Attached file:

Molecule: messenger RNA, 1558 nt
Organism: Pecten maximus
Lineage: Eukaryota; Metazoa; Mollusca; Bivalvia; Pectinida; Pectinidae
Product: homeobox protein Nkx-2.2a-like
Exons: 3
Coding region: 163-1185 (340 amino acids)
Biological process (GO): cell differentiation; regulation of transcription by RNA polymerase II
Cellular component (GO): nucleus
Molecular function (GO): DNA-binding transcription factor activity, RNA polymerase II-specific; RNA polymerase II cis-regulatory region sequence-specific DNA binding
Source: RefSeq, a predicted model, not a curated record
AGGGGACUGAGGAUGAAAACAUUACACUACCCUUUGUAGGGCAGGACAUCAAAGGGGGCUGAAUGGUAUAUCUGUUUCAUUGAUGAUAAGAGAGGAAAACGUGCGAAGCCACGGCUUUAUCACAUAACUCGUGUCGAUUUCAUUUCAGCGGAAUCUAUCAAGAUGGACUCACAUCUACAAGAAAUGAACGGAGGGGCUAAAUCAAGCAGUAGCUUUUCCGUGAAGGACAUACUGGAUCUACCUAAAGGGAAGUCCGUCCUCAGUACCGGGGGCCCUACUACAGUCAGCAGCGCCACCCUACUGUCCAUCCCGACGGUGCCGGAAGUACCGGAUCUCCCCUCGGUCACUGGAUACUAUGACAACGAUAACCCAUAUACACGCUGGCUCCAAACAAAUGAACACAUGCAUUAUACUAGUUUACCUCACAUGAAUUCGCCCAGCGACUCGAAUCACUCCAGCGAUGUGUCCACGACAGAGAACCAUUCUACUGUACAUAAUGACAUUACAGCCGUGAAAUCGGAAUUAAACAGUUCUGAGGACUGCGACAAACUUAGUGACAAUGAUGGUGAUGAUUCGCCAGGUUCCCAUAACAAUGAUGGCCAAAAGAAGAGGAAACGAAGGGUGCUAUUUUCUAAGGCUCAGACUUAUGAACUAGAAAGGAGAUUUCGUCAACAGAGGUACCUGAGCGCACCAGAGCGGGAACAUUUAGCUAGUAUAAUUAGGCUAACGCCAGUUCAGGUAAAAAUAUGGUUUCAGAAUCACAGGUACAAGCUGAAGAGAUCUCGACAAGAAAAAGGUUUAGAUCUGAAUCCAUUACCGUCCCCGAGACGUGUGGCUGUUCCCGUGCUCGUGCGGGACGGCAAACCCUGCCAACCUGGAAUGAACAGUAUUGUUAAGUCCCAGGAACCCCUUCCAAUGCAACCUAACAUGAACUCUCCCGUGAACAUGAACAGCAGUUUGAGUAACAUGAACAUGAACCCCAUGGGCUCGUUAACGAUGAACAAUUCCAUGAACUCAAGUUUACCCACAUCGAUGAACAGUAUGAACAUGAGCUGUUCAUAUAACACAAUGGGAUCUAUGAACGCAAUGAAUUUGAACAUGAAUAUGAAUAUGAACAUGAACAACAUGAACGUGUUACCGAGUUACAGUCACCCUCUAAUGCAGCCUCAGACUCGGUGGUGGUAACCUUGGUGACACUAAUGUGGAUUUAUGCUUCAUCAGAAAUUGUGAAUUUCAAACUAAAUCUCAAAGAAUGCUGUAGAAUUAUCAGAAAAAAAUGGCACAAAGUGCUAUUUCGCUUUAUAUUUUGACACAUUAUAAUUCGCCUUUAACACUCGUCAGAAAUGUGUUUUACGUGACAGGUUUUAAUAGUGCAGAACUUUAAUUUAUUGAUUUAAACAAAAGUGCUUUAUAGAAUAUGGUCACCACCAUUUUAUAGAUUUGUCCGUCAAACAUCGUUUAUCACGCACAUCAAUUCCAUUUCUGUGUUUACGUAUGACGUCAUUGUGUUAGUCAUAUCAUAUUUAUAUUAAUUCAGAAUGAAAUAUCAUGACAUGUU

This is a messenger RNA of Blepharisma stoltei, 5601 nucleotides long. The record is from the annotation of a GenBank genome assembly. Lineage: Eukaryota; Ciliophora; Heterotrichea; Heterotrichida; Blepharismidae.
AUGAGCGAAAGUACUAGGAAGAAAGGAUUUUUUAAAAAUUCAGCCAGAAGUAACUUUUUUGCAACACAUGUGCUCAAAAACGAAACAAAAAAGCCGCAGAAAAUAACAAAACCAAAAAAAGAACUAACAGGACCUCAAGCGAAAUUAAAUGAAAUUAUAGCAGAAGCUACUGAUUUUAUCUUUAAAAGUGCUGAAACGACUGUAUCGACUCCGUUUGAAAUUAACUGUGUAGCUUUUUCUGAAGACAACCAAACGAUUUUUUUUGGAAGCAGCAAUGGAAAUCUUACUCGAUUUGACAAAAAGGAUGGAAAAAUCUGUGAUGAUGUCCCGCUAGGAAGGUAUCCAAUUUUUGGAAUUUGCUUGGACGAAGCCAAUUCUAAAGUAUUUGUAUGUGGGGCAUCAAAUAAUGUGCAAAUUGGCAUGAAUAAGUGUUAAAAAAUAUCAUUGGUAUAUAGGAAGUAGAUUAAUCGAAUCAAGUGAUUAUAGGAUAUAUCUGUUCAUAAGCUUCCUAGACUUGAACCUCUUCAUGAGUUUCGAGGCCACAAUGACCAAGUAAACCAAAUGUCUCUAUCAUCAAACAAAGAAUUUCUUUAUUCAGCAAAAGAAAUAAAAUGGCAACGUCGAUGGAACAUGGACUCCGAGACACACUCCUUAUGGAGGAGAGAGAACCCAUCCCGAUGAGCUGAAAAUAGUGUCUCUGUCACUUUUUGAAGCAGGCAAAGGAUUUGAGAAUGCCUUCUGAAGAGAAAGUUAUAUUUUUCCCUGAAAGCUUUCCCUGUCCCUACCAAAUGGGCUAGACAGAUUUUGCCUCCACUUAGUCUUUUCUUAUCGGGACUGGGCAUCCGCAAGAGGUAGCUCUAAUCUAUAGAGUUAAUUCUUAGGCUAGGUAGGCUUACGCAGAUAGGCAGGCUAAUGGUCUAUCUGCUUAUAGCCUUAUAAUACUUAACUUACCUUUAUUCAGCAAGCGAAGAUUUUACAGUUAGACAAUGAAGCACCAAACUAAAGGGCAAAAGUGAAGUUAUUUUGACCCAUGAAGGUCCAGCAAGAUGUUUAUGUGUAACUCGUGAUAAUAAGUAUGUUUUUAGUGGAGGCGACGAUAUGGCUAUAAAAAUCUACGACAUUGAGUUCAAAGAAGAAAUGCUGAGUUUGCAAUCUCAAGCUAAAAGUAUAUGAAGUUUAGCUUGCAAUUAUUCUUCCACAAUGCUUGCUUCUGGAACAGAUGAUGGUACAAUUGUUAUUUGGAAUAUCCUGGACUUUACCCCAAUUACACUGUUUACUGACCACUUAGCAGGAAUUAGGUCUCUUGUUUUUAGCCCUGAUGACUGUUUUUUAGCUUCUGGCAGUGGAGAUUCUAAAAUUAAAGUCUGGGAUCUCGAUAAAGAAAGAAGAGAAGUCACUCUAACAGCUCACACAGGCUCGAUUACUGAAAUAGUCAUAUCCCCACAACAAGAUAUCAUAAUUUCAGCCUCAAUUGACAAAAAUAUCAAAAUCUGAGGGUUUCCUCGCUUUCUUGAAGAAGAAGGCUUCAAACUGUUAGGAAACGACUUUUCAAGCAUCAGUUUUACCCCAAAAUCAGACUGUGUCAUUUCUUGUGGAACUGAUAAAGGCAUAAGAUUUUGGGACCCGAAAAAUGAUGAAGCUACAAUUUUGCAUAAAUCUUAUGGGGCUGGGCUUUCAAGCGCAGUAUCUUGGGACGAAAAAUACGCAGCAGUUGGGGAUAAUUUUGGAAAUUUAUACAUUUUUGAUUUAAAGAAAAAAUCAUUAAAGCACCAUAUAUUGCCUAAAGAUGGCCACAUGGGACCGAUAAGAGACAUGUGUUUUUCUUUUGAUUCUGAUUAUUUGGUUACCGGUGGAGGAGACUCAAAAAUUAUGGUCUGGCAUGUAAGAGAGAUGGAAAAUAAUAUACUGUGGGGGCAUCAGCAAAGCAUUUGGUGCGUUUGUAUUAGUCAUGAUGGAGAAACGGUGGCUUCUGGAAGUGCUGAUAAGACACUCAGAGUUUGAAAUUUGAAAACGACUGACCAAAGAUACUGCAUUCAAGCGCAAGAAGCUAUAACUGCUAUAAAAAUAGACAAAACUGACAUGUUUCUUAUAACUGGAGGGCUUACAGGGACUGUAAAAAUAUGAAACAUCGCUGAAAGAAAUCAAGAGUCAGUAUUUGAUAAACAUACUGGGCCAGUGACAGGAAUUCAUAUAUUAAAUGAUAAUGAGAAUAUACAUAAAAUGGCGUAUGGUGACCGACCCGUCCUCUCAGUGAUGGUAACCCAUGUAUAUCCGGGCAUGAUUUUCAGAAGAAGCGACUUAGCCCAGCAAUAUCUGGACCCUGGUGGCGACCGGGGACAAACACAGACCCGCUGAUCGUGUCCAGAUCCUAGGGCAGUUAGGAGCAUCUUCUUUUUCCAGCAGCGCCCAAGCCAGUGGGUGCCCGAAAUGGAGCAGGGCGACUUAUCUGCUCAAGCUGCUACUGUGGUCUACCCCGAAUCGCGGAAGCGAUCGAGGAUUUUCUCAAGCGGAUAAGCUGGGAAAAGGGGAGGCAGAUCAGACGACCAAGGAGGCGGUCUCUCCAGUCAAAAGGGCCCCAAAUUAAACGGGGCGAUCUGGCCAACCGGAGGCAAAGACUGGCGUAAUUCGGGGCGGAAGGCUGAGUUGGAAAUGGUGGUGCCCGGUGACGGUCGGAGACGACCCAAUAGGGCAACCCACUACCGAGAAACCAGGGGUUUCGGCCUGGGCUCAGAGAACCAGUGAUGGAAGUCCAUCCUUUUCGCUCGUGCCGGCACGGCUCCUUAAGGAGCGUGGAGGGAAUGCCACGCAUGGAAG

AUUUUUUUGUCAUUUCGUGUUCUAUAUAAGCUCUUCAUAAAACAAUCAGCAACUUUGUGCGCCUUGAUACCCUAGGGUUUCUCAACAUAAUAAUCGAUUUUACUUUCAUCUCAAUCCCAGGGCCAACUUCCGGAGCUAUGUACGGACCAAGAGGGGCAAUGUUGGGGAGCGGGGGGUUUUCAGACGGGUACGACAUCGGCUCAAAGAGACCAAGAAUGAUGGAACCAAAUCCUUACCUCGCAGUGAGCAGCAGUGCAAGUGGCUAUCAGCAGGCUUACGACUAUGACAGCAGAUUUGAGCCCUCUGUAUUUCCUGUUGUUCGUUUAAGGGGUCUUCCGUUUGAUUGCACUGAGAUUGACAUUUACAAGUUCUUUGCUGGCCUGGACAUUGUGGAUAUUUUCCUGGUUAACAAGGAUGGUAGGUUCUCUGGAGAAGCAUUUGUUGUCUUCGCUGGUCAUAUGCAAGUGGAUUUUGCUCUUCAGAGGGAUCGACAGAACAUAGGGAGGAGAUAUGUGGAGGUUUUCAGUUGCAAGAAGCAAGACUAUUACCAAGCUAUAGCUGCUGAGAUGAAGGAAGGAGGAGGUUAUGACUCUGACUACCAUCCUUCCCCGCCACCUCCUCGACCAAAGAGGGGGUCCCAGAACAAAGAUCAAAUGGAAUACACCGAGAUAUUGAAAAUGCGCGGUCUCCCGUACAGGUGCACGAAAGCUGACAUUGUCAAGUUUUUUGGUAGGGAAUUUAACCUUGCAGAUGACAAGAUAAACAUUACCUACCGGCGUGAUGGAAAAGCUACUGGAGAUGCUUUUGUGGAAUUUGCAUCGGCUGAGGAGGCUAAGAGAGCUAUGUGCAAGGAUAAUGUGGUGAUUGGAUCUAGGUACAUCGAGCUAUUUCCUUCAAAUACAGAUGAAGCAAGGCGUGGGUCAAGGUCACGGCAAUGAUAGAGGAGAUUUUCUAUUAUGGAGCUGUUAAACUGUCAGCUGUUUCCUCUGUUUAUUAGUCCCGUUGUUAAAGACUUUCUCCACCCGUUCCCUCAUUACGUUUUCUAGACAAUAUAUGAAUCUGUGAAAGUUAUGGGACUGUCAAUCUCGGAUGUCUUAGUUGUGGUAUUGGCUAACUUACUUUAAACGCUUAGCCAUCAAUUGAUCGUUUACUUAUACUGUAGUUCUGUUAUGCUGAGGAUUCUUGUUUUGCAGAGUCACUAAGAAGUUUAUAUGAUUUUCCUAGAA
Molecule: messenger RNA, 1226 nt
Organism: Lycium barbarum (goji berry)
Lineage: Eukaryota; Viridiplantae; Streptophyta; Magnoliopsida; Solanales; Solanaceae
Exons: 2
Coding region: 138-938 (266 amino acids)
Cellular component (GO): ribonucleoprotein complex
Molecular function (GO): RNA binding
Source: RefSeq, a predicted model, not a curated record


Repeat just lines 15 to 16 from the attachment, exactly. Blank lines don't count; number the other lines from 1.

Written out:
Molecule: messenger RNA, 1226 nt
Organism: Lycium barbarum (goji berry)